America’s Industrial Age
Alfred Watson grew up in the shadows of the Pittsburgh steel mills lining the Ohio river and was fascinated with their power and size. Later, as a steel plant safety inspector, he would fill his portfolio with images of the steel giants along with the railroads that transported their finished steel products to the world.
When a job transfer took him to Buffalo in 1946, he focused his lens on that city’s waterfront industry including the huge boats that docked along the shore filling their holds with products for the nation.
Tugboat, late 1940s Under the watchful eye of its captain, the tugboat Maryland tows the bulk carrier J.F Schoellkopf, Jr. thru a narrow channel. Built in 1907 the Schoellkopf had a gross tonnage of 7301.
Terminus, late 1940s Published in the 1940 Photography Society of America’s annual, the detail of this image reveals the name Champlain on the black-hulled ship docked on the right.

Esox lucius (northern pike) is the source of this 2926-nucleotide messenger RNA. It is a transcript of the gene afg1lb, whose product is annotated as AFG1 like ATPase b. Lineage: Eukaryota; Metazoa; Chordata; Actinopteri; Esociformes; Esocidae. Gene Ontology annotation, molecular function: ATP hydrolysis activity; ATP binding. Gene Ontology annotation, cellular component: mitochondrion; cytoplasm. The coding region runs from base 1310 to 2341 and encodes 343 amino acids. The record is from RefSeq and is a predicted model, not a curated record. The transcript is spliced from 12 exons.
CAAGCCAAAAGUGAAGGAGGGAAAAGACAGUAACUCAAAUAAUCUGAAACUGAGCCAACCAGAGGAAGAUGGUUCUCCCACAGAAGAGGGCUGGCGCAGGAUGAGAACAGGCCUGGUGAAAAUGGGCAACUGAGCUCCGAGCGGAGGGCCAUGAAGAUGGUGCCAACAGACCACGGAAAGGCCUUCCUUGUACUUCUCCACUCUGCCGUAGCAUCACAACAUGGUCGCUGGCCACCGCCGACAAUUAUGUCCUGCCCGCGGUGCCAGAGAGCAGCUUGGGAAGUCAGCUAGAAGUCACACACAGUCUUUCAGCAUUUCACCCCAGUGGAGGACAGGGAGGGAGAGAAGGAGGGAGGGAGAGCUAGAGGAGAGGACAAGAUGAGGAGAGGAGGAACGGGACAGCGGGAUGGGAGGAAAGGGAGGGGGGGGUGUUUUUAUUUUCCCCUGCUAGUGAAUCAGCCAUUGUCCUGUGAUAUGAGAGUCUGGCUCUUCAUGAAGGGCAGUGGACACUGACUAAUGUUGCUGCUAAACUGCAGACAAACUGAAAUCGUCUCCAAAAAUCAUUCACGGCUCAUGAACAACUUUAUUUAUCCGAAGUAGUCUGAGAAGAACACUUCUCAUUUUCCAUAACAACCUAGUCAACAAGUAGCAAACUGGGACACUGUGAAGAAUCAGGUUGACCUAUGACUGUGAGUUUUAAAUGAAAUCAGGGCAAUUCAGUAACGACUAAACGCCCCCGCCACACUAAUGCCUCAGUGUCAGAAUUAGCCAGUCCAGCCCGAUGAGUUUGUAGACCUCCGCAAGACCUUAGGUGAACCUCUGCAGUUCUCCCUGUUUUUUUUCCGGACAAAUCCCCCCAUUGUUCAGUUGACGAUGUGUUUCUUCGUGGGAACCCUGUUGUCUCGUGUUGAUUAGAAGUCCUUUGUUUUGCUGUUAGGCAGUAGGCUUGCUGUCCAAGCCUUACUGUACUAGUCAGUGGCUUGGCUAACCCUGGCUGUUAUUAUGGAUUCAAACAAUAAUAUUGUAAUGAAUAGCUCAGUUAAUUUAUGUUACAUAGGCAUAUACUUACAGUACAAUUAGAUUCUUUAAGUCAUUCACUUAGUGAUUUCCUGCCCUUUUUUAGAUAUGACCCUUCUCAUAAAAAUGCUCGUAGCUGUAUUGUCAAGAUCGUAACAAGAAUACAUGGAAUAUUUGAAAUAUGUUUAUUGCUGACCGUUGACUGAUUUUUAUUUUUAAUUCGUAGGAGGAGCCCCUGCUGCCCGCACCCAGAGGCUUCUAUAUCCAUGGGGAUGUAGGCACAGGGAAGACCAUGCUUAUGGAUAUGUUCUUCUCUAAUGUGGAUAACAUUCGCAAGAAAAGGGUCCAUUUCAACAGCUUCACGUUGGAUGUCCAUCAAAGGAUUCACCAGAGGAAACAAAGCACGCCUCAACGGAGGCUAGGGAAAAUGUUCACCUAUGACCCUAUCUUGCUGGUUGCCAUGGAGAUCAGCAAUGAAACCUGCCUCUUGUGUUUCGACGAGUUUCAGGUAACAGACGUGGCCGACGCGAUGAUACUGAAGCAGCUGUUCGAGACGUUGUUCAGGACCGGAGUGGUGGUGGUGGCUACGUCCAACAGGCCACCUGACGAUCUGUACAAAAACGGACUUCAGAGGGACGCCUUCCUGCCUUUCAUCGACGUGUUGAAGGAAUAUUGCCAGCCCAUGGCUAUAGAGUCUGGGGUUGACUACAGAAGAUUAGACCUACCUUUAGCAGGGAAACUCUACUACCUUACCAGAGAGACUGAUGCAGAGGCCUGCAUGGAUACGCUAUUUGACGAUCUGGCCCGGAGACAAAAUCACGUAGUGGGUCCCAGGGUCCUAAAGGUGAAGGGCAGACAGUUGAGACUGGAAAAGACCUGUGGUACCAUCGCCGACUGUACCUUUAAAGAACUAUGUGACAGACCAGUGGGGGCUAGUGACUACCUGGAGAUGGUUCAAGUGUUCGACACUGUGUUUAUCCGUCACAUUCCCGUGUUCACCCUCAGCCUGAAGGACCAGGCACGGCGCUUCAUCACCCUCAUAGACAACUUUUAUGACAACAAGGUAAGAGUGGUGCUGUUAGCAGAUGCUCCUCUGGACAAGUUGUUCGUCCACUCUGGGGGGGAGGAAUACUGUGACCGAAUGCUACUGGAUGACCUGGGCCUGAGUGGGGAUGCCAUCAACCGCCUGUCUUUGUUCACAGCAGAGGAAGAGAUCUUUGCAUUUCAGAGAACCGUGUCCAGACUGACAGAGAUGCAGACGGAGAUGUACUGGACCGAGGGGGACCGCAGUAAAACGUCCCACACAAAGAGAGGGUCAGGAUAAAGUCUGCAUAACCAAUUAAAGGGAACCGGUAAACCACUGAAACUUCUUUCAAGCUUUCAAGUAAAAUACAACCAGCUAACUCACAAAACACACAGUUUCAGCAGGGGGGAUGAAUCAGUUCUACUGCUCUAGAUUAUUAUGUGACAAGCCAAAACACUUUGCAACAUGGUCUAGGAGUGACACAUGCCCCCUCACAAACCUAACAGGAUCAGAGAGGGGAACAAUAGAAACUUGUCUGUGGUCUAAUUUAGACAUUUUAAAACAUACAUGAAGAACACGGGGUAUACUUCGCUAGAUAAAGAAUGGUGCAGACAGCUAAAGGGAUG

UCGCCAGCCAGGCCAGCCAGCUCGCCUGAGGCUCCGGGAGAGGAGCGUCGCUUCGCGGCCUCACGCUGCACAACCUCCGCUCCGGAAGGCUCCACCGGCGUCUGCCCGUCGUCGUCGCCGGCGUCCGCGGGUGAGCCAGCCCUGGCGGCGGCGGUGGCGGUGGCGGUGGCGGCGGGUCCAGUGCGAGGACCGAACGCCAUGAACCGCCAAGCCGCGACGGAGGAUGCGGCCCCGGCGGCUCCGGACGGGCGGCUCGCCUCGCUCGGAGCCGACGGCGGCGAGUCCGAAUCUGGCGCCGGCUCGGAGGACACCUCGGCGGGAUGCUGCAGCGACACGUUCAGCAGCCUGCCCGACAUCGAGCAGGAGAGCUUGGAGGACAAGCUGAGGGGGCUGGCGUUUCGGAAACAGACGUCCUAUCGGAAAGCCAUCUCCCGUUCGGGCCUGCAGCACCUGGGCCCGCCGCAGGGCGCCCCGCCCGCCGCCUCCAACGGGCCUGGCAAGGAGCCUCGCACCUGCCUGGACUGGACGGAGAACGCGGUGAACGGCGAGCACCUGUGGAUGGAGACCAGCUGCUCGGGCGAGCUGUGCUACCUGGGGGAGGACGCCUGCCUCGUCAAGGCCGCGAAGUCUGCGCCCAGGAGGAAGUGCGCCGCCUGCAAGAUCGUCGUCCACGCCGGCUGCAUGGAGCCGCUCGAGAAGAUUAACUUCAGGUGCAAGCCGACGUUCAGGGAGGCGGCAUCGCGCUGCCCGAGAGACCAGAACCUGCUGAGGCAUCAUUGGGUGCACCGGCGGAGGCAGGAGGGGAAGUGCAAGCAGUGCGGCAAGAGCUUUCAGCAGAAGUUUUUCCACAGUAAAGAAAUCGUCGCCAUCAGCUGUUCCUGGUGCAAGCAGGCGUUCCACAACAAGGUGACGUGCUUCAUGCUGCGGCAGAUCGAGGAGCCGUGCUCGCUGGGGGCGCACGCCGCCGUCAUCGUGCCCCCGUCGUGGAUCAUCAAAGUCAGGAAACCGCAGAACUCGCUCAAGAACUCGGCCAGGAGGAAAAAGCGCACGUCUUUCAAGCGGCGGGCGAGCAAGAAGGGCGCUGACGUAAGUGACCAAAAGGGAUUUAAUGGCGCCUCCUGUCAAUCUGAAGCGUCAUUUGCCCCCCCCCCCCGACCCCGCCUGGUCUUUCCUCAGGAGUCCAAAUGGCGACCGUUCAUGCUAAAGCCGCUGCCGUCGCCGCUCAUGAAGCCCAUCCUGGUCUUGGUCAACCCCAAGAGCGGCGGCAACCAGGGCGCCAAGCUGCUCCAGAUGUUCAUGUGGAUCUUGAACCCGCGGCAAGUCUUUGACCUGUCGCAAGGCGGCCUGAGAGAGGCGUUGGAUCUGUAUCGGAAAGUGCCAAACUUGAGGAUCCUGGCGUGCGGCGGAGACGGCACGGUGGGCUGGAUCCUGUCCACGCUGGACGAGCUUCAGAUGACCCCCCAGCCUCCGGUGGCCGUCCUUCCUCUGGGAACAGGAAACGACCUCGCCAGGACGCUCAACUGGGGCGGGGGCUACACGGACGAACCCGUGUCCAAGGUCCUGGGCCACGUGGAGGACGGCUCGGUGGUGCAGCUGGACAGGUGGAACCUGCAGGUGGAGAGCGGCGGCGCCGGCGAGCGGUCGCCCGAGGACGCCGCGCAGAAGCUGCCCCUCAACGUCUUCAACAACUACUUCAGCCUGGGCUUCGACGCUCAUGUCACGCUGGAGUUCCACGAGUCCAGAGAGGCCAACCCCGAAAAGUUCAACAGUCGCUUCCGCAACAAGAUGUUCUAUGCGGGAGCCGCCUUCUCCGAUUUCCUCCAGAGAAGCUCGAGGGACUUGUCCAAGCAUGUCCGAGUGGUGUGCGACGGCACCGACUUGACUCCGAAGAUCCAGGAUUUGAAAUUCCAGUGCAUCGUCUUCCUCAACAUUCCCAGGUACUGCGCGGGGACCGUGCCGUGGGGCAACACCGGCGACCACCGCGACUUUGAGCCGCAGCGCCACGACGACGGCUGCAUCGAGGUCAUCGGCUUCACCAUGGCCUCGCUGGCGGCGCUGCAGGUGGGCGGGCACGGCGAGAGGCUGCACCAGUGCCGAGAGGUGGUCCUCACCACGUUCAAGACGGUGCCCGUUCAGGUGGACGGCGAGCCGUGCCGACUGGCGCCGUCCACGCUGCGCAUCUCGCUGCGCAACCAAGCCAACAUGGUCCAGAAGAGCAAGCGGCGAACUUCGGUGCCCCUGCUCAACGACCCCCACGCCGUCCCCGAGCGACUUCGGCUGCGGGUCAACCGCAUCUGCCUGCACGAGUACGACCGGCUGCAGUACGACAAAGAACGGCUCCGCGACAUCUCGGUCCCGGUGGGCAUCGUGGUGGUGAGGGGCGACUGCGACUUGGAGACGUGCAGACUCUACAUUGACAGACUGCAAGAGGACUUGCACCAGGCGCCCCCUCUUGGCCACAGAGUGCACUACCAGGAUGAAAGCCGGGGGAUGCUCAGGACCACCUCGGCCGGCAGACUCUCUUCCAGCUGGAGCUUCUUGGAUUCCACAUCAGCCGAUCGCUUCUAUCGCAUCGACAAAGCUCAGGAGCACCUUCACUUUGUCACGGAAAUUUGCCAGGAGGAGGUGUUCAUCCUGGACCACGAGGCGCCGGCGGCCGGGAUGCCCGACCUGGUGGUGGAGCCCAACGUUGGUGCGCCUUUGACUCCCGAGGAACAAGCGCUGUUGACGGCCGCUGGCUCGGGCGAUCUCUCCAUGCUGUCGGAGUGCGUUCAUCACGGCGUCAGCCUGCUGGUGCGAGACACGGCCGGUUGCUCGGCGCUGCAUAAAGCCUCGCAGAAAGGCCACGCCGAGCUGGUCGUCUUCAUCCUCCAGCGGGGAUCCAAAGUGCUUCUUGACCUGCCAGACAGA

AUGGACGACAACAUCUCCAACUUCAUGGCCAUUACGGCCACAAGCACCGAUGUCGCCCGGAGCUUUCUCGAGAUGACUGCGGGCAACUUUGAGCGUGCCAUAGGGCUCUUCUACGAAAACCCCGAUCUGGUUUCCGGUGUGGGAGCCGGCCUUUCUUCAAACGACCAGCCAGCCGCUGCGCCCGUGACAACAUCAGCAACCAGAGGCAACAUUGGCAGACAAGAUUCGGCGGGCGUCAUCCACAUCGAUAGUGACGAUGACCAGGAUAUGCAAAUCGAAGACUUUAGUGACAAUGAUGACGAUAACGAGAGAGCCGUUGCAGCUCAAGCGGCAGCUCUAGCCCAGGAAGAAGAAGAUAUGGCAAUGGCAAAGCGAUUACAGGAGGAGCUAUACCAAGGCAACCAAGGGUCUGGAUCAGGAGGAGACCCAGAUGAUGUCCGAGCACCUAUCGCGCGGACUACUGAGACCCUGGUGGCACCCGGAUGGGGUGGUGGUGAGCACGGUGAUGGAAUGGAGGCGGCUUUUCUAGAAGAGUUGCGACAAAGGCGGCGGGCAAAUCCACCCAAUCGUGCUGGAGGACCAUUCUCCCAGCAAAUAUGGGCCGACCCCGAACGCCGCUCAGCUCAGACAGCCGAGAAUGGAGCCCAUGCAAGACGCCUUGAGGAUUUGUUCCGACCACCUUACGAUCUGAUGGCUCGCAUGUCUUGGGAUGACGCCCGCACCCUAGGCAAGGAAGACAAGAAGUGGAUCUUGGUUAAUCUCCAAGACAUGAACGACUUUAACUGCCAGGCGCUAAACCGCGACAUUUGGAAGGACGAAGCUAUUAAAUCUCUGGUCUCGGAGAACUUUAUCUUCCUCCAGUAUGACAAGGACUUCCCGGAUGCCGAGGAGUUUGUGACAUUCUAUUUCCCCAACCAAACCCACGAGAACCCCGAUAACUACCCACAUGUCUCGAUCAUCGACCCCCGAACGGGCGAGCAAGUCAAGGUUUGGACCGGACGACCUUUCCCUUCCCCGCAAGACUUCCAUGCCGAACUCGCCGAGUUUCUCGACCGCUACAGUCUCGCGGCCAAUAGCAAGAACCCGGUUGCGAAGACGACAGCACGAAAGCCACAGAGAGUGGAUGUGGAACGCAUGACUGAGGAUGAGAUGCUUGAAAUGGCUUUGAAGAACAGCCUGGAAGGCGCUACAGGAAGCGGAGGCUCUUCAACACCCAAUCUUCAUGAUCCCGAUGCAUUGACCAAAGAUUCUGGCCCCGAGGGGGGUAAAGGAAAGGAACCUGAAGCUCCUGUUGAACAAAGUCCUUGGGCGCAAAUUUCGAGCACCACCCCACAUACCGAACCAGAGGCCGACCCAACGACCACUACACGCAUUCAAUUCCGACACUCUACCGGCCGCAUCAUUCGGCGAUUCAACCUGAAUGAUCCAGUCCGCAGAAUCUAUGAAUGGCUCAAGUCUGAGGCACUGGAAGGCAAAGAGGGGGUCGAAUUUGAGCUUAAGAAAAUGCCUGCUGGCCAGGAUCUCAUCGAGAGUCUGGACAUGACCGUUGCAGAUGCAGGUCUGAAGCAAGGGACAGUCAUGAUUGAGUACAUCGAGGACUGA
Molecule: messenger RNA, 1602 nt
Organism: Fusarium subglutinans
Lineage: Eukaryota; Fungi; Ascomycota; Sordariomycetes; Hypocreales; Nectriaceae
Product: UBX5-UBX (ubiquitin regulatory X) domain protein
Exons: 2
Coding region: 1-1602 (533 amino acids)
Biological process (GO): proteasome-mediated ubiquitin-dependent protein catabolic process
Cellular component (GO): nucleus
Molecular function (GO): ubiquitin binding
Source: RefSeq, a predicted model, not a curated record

Refuse Barge , late 1940s Under a supervisor’s watchful eye, workers dredge an area of a canal on the waterfront that will soon provide safe harbor for the large ships that dock there.
, Monster Pipes late 1940s Looking like a giant steel monster, a connection of huge pipes bend over an industrial facility while a small plane flies overhead.
Pittsburgh Steel Industry
Valley of Decision, 1942 This photograph of steel mills lining the Ohio river was taken from the West End Overlook near Watson’s childhood home. The artist later titled it after a 1942 novel of the same which took place in Pittsburgh.
End of the Day, 1949 A workmen walks slowly away from his job site after a long day of hard labor. Although the image was taken in the Pittsburgh area, the exact date and location unknown.
1 Brakeman’s Walk, 194 A brakeman carries his lunch pail as he walks along the tracks towards the Pittsburgh railway depot. Steam from the resting rail cars obscures the skyscrapers in the distance.
High Noon, 1941 Although the sun is high in the sky, it is barely visible in this image of a Pittsburgh rail yard taken while Watson was on his lunch break from the Hagen Corporation.